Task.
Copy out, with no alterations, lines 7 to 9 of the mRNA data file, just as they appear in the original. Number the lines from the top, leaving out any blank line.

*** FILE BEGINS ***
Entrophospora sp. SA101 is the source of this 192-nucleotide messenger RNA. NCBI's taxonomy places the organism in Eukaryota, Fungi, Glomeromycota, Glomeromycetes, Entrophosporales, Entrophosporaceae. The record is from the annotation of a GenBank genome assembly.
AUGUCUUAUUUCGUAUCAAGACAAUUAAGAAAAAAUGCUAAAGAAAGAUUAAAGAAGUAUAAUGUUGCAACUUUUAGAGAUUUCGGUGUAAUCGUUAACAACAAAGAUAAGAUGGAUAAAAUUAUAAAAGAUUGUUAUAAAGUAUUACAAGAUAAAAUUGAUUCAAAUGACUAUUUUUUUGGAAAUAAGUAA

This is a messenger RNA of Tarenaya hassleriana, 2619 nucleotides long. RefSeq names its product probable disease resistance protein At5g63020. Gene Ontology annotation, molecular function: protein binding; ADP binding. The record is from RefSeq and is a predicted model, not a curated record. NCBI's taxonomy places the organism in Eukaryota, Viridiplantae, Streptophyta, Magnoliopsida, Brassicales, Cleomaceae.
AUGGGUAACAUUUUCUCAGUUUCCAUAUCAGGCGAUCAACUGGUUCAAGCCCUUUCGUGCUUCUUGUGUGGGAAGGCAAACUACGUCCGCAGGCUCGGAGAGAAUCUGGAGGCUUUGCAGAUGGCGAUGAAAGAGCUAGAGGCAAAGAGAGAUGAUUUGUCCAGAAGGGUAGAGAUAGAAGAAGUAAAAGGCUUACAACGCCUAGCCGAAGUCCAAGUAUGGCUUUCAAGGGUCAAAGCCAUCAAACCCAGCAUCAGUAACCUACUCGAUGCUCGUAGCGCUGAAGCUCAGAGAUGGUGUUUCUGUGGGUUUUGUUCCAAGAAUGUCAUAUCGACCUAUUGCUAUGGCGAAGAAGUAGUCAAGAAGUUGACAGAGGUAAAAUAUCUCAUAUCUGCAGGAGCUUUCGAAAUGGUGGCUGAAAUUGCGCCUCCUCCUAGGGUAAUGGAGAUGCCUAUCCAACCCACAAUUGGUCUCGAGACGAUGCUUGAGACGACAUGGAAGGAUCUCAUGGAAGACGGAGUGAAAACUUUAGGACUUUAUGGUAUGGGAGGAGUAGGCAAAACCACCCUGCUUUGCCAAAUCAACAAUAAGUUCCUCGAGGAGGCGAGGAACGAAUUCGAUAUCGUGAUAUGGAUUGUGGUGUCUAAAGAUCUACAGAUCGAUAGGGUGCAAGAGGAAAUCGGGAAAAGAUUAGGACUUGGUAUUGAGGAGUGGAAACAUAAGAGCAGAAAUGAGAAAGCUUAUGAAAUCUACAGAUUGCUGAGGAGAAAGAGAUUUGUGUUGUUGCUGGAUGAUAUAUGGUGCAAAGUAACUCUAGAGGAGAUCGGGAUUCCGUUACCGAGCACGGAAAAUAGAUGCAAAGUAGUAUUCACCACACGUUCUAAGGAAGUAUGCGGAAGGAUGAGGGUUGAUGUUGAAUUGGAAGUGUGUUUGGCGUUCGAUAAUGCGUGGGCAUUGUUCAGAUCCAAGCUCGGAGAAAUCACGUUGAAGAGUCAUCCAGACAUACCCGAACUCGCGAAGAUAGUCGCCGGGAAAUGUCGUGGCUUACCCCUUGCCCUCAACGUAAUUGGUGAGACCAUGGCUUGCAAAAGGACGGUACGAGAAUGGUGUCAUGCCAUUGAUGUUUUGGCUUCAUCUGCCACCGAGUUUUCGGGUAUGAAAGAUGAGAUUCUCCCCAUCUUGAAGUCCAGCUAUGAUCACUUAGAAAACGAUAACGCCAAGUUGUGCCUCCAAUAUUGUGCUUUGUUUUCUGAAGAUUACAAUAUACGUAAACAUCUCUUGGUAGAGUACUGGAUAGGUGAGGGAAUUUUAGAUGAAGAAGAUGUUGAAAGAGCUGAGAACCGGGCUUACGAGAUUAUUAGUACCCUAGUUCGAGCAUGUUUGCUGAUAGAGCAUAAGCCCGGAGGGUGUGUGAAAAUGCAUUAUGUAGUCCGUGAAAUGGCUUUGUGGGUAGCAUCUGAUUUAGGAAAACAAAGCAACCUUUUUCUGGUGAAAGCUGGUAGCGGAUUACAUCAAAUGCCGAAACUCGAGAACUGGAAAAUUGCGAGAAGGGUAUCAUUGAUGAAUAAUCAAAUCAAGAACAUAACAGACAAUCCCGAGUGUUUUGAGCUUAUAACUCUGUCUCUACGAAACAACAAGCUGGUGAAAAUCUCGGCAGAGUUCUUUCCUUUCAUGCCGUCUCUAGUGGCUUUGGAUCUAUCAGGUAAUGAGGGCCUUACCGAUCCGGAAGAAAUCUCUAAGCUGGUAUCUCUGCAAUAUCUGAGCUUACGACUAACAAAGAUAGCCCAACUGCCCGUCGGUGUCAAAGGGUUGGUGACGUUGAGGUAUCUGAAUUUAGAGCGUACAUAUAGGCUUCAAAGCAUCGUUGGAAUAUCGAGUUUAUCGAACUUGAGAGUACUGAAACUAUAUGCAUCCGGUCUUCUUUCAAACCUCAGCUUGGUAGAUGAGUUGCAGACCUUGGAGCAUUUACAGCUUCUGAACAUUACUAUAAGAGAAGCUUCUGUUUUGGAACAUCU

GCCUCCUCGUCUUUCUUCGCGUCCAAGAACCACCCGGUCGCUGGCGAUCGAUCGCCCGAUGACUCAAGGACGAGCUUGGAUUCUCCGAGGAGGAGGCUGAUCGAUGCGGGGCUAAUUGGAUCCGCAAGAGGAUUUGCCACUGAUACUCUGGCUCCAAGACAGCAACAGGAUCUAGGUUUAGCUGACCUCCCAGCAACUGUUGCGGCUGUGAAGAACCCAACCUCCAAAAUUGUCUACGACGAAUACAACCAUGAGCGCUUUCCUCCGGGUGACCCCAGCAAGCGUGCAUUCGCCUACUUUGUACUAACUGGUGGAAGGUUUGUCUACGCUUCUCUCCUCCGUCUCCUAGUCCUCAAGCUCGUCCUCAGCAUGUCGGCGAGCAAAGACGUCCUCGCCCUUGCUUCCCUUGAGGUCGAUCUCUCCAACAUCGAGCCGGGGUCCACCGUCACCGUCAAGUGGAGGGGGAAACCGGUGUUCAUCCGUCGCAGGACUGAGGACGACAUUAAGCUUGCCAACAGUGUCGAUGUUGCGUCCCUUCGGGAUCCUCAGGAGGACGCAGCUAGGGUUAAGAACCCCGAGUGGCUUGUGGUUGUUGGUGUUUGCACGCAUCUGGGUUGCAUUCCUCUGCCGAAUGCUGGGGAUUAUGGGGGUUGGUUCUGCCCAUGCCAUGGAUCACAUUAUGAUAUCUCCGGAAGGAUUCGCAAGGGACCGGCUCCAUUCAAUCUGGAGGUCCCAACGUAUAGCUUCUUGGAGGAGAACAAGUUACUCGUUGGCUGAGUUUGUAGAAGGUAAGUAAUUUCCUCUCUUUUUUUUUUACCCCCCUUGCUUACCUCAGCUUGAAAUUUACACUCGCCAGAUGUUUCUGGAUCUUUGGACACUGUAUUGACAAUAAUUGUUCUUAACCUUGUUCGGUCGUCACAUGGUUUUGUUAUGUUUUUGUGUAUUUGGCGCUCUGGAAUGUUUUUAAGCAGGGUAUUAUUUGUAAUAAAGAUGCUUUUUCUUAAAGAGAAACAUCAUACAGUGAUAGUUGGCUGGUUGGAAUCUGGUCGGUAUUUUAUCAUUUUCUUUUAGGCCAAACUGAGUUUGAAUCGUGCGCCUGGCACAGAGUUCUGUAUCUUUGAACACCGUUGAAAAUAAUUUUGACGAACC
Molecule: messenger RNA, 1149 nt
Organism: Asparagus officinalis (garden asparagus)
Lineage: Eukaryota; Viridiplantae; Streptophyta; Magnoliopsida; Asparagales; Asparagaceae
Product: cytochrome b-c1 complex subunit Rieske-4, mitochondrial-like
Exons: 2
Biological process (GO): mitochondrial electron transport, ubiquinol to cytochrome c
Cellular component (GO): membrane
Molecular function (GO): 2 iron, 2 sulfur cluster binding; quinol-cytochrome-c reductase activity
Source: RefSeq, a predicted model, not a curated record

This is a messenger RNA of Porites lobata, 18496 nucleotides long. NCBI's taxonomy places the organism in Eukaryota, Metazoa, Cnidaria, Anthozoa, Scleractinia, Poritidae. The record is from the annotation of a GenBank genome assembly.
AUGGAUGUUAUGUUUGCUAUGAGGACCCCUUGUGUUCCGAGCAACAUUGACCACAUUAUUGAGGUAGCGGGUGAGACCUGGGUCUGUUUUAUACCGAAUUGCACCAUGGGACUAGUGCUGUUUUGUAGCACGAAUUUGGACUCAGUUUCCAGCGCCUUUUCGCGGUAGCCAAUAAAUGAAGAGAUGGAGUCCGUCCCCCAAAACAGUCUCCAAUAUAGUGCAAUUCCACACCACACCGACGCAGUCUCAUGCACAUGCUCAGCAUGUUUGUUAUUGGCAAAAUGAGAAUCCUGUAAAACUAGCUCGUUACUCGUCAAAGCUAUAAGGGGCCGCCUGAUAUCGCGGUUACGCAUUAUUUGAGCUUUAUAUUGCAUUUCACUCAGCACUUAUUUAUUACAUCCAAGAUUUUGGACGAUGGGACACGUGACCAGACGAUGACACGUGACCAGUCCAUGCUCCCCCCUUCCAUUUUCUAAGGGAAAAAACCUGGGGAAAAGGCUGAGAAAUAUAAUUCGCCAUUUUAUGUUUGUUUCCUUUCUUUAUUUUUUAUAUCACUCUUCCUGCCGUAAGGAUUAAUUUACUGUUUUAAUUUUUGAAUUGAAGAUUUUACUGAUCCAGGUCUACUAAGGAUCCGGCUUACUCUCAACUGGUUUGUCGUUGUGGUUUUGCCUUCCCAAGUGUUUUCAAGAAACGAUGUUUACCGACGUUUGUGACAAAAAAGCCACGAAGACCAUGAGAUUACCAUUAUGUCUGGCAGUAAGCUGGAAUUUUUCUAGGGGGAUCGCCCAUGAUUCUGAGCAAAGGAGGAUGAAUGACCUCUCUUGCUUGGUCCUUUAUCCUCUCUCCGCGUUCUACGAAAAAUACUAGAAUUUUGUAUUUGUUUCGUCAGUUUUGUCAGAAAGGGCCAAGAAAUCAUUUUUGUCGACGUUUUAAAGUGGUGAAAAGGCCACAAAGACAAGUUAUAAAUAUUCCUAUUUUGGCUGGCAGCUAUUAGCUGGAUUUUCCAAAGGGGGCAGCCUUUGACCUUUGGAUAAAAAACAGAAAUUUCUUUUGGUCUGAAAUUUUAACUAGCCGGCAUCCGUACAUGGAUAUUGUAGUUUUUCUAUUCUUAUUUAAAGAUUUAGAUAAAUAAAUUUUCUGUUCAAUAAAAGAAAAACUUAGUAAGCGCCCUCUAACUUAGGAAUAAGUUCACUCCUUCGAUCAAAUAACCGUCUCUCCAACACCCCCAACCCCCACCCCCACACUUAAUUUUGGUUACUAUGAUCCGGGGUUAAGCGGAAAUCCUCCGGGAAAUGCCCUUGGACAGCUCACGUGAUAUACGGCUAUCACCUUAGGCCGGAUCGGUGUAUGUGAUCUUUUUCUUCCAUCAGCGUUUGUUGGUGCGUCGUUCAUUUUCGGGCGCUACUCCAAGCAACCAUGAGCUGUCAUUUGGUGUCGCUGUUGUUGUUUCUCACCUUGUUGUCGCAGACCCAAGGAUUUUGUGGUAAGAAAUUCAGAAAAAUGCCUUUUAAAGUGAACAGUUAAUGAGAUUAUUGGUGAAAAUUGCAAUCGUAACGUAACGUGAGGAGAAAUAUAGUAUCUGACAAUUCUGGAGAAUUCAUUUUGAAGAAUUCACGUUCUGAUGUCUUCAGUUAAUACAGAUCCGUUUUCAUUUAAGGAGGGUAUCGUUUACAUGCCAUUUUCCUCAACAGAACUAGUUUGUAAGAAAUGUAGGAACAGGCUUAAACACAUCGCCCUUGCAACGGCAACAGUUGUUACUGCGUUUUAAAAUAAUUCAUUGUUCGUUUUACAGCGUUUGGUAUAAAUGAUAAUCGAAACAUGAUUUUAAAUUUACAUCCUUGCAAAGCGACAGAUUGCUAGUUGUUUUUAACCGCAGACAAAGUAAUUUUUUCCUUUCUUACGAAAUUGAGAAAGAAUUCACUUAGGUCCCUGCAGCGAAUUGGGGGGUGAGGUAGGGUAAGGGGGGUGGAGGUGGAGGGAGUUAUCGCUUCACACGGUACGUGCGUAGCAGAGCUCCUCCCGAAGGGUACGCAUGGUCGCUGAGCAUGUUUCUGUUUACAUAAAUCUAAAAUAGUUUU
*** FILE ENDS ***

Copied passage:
Organism: Asparagus officinalis (garden asparagus)
Lineage: Eukaryota; Viridiplantae; Streptophyta; Magnoliopsida; Asparagales; Asparagaceae
Product: cytochrome b-c1 complex subunit Rieske-4, mitochondrial-like